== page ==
“If I could live over again I’d change every single thing I’ve ever done.” – Raymond Douglas Davies, Nov 1967

How do you write a Deist anthem? An affecting song about a non-interventionist, but still very real God? I know of only one example, and it is utterly brilliant: “Big Sky” by The Kinks, from their phenomenal Village Green Preservation Society record. That Ray Davies would choose it to be the centerpiece of his inspired 1968 collection of vignettes of English village life is, for some of us, proof of his genius.

In his excellent book-length treatment of VGPS, Andy Miller writes,

‘Big Sky’ is not a song about God, but about how human beings cope in a world where God is seemingly unconcerned at their plight. The Big Sky is not dead but preoccupied, benign but indifferent. For Ray Davies, this is cause for celebration, or at least consolation. The Big Sky is so big, our troubles are small in comparison – and these too shall pass. Freedom comes to everyone in the end, whether we want it or not.

In other words, the song is a vehicle of compassion for folks stuck in the ebb and flow of their daily lives and problems. A perspective-check, if you will. Davies’ character portraits, even at their most biting, are fundamentally empathetic – he gets inside people’s heads because he understands them, even if he doesn’t exonerate them. And as we all know, feeling understood is very close to feeling loved. In Davies’ world, people are united by their blindness; their weaknesses tell their stories, not their strengths. And the Big Sky is there, but not in the way the people think. Davies rejects the adolescent “sky bully” (J.Whedon) understanding of God – there’s nothing anthropomorphic about the Big Sky, which is ultimately a source of comfort. In fact, in terms of conceptualizing suffering, it’s half the battle, no?

Big Sky looks down on all the people looking up at the Big Sky.
Everybody pushing one another around
Big Sky feels sad when he sees the children scream and cry
But the Big Sky is too big to let it get him down.

When I feel that the world is too much for me
I think of the Big Sky, and nothing matters much to me.

While there may not be much Good News with such an impersonal God, at least we’re not dealing with a sadistic deity. Davies attributes suffering to “people pushing each other around,” not a universe out to get them. He doesn’t make the leap to a God that suffers with and for feckless men and women – a God that loves – which we all know is a no-fly zone for intelligent pop music, anyway. But in light of the Big Sky, the tales of Walter and Johnny Thunder and Annabella, the picture-takers and all those who want to retreat to their farms and riversides and village greens summon more than a little compassion, both for our fellow sufferers and our own self-inflicted traumas. Which, for a three-minute pop song, is no small feat.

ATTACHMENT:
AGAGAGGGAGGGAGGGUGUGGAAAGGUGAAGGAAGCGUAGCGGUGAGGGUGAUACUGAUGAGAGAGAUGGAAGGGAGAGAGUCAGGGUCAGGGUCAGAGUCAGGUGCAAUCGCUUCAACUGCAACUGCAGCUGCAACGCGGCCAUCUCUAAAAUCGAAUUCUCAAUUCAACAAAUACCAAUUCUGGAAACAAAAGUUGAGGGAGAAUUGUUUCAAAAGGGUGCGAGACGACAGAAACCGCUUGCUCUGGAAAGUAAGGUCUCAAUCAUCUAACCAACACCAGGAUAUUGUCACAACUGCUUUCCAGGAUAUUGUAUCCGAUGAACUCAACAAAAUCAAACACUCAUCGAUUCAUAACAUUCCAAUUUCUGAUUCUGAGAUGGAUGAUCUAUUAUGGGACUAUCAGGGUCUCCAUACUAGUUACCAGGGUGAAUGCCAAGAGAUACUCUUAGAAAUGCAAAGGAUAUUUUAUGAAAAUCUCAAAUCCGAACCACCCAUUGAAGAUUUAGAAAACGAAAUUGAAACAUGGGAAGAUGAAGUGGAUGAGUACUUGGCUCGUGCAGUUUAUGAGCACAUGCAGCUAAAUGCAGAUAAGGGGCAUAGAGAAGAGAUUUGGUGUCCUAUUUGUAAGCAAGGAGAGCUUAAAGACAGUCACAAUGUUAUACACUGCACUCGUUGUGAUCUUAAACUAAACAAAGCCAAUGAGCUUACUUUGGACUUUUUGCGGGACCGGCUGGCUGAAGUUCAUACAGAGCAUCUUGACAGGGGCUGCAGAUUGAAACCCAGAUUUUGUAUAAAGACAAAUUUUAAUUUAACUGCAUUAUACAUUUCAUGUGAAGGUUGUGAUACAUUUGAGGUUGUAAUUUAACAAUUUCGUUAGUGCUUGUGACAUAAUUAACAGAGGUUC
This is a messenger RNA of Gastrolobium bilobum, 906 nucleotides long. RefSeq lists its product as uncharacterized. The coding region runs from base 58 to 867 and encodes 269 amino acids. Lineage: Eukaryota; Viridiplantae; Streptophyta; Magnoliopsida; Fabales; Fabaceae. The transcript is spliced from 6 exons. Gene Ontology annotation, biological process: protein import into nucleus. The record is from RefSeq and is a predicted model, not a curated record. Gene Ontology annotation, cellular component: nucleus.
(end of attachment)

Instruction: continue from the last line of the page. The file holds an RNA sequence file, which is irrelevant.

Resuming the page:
As an addendum, Davies has always been very cagey about religion. Jesus is notable in The Kinks’ catalog mainly for his absence. But what little references exist are worth ferreting out, if only because the man has such a lazer-beam-like insight into the human condition (a rock-bottom anthropology in other words). Does he go beyond skepticism at any point? The answer is, not really. “God’s Children” is a nice tune but a little unconvincing in its judge-not sentiment. “Salvation Road” is fun but more of a device than a statement. “Black Messiah” is clever, but again, deals primarily with race rather than religion. The only place where I’ve found much substance along these lines is his first solo record, Other People’s Lives. Check out “Creatures of Little Faith,” for example. Of course even there, the jury is out about the object of faith. But hey, we wouldn’t want Davies to have another thing to regret…

We close with two of Ray’s all-time best from the same period, songs which, for me, expresses an almost Gospel-like sense of gratitude and peace, in about as touching a way as possible: